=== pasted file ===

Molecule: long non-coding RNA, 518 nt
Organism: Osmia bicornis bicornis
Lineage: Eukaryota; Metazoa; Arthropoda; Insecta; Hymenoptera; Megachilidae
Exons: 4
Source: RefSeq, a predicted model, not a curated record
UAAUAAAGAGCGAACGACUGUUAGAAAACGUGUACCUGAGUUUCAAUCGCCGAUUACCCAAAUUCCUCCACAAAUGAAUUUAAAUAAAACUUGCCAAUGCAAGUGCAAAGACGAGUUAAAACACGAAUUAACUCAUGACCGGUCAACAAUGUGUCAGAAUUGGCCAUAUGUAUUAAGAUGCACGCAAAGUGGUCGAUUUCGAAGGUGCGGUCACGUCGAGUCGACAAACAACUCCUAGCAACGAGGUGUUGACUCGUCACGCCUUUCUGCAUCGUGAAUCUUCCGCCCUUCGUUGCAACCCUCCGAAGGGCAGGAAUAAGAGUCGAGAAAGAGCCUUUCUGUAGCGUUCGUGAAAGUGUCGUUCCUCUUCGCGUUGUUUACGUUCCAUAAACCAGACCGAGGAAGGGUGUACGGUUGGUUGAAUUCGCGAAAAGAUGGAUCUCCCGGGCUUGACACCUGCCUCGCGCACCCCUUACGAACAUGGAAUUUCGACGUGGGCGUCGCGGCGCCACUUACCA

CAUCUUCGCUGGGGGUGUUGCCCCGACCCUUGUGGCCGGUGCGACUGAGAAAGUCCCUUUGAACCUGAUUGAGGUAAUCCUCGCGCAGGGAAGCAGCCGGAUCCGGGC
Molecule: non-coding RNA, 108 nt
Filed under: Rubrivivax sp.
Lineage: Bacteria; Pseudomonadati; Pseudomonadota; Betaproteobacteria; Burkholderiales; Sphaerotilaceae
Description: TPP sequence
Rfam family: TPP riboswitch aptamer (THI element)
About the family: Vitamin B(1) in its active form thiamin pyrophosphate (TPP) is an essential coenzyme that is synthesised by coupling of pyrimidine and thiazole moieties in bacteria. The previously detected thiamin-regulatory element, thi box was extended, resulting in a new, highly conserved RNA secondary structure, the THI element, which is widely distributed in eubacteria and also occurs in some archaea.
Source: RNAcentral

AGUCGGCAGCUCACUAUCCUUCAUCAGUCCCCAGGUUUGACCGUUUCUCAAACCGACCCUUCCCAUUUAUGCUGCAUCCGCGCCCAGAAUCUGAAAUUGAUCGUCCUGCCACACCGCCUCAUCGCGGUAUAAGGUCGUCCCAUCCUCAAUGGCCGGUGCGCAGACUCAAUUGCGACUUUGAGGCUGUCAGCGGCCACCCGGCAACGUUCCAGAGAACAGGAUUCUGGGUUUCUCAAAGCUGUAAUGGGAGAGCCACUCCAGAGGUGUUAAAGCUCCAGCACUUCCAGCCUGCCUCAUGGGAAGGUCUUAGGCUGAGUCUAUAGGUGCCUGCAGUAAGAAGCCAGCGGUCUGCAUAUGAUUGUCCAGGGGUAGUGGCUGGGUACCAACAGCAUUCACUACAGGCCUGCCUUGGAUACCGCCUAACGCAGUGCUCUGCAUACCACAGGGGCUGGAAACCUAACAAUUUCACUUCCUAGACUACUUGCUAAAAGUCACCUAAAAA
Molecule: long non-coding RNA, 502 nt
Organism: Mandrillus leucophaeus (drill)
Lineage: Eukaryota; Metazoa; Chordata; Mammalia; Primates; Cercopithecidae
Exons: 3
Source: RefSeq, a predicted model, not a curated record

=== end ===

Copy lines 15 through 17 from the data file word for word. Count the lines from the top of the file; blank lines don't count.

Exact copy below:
AGUCGGCAGCUCACUAUCCUUCAUCAGUCCCCAGGUUUGACCGUUUCUCAAACCGACCCUUCCCAUUUAUGCUGCAUCCGCGCCCAGAAUCUGAAAUUGAUCGUCCUGCCACACCGCCUCAUCGCGGUAUAAGGUCGUCCCAUCCUCAAUGGCCGGUGCGCAGACUCAAUUGCGACUUUGAGGCUGUCAGCGGCCACCCGGCAACGUUCCAGAGAACAGGAUUCUGGGUUUCUCAAAGCUGUAAUGGGAGAGCCACUCCAGAGGUGUUAAAGCUCCAGCACUUCCAGCCUGCCUCAUGGGAAGGUCUUAGGCUGAGUCUAUAGGUGCCUGCAGUAAGAAGCCAGCGGUCUGCAUAUGAUUGUCCAGGGGUAGUGGCUGGGUACCAACAGCAUUCACUACAGGCCUGCCUUGGAUACCGCCUAACGCAGUGCUCUGCAUACCACAGGGGCUGGAAACCUAACAAUUUCACUUCCUAGACUACUUGCUAAAAGUCACCUAAAAA
Molecule: long non-coding RNA, 502 nt
Organism: Mandrillus leucophaeus (drill)